To overcome the above setbacks, reliable, safe, and efficient alternative technologies, which provide large gravimetric capacity at ambient conditions are crucial. Hence, due to the rapid release of hydrogen on demand, natural abundance of raw material, and the good track record of regeneration, hydrogen storage in porous carbons is regarded as a promising technology. Despite the emergence of promising reports of hydrogen storage capacities in carbon material, no material is yet to meet the market standards set by the US Department of Energy. To date, unprecedented efforts have been made to maximize the hydrogen adsorption potential of porous carbons at ambient conditions. Among these methods, hydrogen spillover and heteroatom doping are believed to improve the hydrogen storage potential of carbon-based materials at ambient conditions. Reports show that metal-doped porous carbon revealed a significant improvement in hydrogen uptake capacity due to the hydrogen spillover effect. This project will deeply analyse the synergistic effect of wmetal decoration and heteroatom doping on the hydrogen storage potential of different biomass-based carbons like spent coffee, nut shell, and corncob.

The major objectives will be to:

  1. Synthesize different biomass-derived activated carbons for hydrogen storage.
  2. Enhance the hydrogen uptake capacity of the porous carbon by doping with transition metals and heteroatoms.
  3. Characterise and analyze the properties of the porous carbon for its morphology, porosity, textural properties, thermal stability, and reusability.
  4. Develop mathematical models of the adsorption isotherm, kinetic, and thermodynamic properties of biomass-derived carbon.

Porous carbon synthesis procedure and hydrogen adsorption

First, a biomass precursor will be washed with distilled water and dried at hot air oven. Then, the dried biomass precursor will be pyrolyzedin a horizontal electric furnace and heated to 400 and 450 °C in a stream of argon gas. Then, the carbonized samples will be impregnated into a potassium hydroxide and transferred to a horizontal electric furnace, and activated at a temperature of 800 and 850 °C. Finally, the activated carbon samples will be washed with distilled water and dried. The prepared porous carbon will then be doped with different transition metals (Ni, Pt, Ni) and heteroatoms (N2, B, O2).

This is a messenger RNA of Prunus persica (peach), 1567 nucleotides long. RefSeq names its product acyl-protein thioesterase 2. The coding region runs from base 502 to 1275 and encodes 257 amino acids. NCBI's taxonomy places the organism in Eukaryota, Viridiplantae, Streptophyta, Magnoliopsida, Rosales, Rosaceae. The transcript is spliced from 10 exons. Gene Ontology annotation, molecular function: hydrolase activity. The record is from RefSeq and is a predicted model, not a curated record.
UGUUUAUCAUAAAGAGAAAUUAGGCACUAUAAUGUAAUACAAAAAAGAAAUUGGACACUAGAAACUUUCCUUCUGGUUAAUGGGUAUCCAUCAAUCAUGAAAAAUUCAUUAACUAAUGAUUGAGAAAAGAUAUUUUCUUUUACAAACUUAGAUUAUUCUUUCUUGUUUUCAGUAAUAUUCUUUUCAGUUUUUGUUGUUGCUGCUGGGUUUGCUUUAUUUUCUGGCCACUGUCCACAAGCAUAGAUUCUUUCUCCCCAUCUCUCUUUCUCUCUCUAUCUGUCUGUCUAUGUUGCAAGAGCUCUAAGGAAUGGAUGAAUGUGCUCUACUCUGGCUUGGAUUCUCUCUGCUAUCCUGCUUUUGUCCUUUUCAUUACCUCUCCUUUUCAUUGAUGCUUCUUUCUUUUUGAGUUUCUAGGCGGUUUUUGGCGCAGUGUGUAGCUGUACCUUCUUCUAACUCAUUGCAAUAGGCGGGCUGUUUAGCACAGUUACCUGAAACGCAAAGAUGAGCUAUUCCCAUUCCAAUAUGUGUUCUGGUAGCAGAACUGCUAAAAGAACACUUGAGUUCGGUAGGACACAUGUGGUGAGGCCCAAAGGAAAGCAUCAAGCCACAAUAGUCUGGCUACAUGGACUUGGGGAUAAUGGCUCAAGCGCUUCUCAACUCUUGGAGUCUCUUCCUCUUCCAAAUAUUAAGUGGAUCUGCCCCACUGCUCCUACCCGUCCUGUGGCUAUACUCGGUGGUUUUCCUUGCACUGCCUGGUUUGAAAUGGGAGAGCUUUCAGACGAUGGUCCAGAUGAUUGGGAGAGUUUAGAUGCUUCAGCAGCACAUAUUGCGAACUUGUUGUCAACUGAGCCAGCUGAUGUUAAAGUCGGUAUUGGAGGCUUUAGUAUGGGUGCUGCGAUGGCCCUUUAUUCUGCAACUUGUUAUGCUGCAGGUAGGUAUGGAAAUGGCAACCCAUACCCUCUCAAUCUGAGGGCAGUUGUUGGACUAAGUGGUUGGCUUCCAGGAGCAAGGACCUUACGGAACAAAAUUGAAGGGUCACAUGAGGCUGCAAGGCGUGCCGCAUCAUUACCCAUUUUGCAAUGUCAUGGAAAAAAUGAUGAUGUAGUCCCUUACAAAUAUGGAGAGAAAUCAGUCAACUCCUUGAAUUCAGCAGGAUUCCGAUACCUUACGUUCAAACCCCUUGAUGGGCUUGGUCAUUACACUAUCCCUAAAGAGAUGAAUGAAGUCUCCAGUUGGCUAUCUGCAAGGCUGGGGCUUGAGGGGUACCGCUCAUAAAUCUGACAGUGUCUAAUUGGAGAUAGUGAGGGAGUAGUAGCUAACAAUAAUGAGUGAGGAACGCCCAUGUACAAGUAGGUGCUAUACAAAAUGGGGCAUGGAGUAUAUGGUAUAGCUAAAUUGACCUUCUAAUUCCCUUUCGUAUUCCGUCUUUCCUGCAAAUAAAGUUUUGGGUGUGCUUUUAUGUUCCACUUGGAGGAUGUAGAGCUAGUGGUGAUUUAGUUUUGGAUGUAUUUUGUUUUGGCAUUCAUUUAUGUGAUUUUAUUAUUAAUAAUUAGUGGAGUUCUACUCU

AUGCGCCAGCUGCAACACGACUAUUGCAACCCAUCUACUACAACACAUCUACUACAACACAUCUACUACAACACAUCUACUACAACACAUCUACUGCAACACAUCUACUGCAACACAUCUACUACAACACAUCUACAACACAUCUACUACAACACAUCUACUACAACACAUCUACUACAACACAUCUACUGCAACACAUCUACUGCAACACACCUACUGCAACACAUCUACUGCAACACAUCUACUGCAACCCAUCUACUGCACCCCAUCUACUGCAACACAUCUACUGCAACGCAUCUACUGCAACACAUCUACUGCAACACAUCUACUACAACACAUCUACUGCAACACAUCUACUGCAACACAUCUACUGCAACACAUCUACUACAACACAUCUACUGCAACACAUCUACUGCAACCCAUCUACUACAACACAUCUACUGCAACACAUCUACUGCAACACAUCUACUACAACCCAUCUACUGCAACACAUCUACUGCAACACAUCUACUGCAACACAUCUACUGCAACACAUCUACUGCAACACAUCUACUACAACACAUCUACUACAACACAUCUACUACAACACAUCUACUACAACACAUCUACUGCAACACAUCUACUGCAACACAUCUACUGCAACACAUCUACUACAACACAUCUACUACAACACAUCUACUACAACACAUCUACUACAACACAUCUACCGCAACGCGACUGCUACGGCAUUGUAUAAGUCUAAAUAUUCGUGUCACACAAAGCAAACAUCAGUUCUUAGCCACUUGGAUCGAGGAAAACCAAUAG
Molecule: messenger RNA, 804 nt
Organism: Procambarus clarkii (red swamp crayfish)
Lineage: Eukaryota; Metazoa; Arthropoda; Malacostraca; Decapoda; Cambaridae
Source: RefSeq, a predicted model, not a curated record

Hydrogen adsorption experiments and characterization of porous carbon

To evaluate the hydrogen adsorption potential of the porous carbon the manometric/Sievert’s method will be used. Then, the spent activated carbon will be reused repeatedly in several cycles to test the reuse of the porous carbon.  The synthesized porous carbons will be characterized using different characterization techniques such as proximate and elemental analysis, surface morphology, textural properties, energy-dispersive x-ray spectroscopy, Fourier transform spectroscopy, thermogravimetric and differential thermal analysis.

This project is believed to have a substantial contribution to the development of novel carbon hydrogen storage materials for ambient operating condition applications toward achieving a hydrogen-based economy.

Mian Muhammad Faisal  Novel Flexible Materials for Sustainable Energy Storage
Supervisor: Prof Roderik MacKenzie and Prof Chris Groves

The continued growth in world energy demand coupled with the increasingly pressing need to address climate change is rapidly driving a transition to renewable and sustainable energy sources. Renewable energy generation can often be intermittent and does not always align well with fluctuations in demand (for example, solar electricity generation can only occur during daylight, whereas peak energy demand may be in the evening) and there is a need for portable energy storage in applications as diverse as vehicles and personal electronics. Existing battery technologies have a limited lifetime, are difficult to recycle, and are produced from raw materials often mined unsustainably and with issues over the geopolitical location. Hence, there is a profound need for developing electrical energy storage with a long cycle life produced from sustainable materials by environmentally acceptable processes. The focus of this research project is to develop a highly performance-promising class of energy storage devices, known as supercapacitors for ‘green’ energy storage. Successful development of such devices can have a major impact on the rapid adoption of renewable energy and sustainable transport, ameliorating anthropogenic global climate change.

Like batteries, supercapacitors are devices that store energy electrochemically. However, unlike the former, electrical charge is stored at the surface of the materials making up the electrodes within the device, rather than in the bulk. This has the twin advantages of allowing rapid charging/discharging and substantially reducing the rate at which their storage capacity degrades. However, they have a significant disadvantage in the amount of electrical energy which can be stored. Moreover, neither traditional battery nor supercapacitor materials have mechanical properties which enable them to be readily incorporated into durable wearable and flexible devices.